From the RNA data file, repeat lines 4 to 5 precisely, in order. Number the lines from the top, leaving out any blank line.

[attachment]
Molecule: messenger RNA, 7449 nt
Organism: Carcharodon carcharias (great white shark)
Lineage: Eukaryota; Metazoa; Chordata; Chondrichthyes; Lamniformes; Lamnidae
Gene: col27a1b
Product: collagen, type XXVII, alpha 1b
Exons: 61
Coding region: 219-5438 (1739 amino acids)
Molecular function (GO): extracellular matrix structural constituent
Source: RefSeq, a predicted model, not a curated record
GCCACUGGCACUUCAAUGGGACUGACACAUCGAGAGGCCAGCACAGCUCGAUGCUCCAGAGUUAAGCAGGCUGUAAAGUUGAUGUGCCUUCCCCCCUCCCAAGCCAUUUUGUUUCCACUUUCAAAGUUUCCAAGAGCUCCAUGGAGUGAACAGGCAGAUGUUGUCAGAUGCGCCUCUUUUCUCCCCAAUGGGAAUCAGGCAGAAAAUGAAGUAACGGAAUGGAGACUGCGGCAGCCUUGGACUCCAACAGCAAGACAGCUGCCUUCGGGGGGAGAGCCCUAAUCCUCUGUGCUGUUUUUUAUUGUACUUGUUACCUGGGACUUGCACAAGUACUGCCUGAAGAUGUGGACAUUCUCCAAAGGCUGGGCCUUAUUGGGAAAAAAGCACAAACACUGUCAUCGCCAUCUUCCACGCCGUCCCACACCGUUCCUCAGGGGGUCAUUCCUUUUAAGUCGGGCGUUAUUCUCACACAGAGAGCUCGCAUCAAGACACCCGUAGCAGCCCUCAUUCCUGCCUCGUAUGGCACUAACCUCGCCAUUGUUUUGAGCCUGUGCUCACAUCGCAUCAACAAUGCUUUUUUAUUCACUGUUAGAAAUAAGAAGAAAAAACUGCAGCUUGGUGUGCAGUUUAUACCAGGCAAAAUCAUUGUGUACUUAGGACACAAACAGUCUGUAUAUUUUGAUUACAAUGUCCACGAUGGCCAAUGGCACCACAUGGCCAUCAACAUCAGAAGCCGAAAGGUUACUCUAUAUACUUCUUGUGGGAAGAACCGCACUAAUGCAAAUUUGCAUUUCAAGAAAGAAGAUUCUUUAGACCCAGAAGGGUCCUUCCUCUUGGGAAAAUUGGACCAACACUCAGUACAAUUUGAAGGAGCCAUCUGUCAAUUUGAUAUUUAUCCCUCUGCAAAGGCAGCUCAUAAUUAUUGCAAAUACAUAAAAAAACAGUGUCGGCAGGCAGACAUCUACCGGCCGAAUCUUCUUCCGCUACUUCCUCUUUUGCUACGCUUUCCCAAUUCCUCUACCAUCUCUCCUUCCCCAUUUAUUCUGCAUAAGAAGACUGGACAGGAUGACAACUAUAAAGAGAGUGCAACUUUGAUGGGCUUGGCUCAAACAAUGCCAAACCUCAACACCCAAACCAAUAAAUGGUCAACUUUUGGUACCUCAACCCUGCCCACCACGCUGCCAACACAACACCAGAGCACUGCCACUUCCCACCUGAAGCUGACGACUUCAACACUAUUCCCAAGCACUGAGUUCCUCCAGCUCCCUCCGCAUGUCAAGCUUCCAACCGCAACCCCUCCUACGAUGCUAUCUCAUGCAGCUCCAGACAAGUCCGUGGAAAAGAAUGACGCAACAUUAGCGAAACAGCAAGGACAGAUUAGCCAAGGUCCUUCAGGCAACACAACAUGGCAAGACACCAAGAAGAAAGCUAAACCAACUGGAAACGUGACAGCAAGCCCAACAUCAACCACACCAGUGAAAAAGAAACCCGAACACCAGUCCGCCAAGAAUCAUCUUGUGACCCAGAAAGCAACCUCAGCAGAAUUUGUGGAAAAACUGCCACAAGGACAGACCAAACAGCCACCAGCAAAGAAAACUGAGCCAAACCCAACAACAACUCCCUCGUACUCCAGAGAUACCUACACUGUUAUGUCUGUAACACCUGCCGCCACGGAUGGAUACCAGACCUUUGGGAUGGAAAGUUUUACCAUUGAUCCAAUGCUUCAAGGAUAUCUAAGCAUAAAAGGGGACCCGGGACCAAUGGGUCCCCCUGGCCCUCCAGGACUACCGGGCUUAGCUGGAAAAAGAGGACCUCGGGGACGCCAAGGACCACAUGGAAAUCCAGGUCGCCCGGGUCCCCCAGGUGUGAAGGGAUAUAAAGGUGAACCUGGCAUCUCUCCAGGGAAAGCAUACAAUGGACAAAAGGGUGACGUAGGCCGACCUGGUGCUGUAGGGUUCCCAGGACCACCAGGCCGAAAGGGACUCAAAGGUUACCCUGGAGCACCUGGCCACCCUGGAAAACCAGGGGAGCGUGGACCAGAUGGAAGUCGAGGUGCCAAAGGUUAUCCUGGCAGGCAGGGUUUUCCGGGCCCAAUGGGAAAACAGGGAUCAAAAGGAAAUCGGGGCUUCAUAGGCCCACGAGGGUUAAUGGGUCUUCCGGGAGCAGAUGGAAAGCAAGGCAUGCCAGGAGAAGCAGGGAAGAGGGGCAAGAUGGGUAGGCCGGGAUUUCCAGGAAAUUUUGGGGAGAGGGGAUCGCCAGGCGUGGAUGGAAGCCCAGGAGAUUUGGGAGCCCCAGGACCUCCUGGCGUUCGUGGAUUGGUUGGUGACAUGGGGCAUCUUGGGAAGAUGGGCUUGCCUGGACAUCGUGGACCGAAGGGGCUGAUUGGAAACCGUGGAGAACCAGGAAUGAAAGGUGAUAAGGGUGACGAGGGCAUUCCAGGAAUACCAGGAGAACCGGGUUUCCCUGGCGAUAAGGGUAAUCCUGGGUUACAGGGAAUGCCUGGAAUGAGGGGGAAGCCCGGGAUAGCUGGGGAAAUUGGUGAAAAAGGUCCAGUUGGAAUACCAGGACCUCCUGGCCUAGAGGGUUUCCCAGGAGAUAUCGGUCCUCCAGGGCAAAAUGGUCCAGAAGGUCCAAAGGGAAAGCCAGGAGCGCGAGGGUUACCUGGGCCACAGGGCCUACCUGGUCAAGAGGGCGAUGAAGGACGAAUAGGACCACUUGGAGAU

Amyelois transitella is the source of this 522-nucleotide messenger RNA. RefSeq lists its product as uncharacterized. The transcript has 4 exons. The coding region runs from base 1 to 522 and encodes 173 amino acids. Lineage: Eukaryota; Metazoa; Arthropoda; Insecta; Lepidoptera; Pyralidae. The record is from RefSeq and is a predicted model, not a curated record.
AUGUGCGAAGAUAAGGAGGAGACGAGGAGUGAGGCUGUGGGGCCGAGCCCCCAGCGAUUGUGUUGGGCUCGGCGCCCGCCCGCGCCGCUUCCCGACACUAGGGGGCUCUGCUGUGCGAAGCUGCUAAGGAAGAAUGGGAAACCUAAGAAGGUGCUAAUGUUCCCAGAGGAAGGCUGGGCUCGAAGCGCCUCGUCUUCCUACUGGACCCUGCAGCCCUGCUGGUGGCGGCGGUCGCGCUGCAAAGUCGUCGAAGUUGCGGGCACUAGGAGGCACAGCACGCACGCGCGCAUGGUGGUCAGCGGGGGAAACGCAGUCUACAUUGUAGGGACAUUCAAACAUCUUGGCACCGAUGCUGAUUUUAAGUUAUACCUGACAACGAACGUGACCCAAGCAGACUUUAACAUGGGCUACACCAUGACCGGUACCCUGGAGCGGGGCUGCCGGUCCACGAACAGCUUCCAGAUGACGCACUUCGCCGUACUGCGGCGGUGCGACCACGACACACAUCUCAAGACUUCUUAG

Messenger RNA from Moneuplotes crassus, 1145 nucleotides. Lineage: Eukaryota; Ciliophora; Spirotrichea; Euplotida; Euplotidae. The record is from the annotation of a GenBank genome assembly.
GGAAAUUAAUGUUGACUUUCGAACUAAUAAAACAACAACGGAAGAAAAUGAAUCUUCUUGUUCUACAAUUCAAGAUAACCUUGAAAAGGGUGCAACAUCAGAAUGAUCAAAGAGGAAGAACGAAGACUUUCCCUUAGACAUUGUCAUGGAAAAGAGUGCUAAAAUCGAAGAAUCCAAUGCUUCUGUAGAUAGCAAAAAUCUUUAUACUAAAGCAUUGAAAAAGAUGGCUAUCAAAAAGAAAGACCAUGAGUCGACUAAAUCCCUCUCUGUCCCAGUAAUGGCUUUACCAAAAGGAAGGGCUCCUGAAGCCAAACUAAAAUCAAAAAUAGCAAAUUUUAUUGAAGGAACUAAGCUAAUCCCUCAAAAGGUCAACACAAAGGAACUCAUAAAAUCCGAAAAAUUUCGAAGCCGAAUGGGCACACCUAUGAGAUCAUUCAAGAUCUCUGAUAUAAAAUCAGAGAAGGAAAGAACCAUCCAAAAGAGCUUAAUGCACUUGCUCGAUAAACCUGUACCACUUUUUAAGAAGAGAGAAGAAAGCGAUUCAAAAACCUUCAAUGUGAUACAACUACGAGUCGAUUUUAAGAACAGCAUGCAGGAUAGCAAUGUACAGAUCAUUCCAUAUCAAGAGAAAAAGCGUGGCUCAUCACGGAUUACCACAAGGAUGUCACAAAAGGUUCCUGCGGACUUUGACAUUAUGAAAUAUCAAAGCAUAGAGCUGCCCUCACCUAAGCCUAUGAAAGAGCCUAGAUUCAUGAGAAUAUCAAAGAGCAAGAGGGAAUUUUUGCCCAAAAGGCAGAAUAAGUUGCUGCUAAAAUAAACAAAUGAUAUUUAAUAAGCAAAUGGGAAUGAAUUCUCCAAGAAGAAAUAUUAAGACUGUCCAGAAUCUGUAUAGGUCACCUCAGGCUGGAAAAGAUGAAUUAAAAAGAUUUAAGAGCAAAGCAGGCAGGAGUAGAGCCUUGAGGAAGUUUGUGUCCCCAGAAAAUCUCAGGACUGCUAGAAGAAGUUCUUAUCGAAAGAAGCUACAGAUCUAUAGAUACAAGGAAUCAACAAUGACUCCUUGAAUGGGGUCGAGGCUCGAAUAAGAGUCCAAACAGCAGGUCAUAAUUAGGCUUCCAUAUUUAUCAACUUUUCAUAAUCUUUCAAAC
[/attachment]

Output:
Gene: col27a1b
Product: collagen, type XXVII, alpha 1b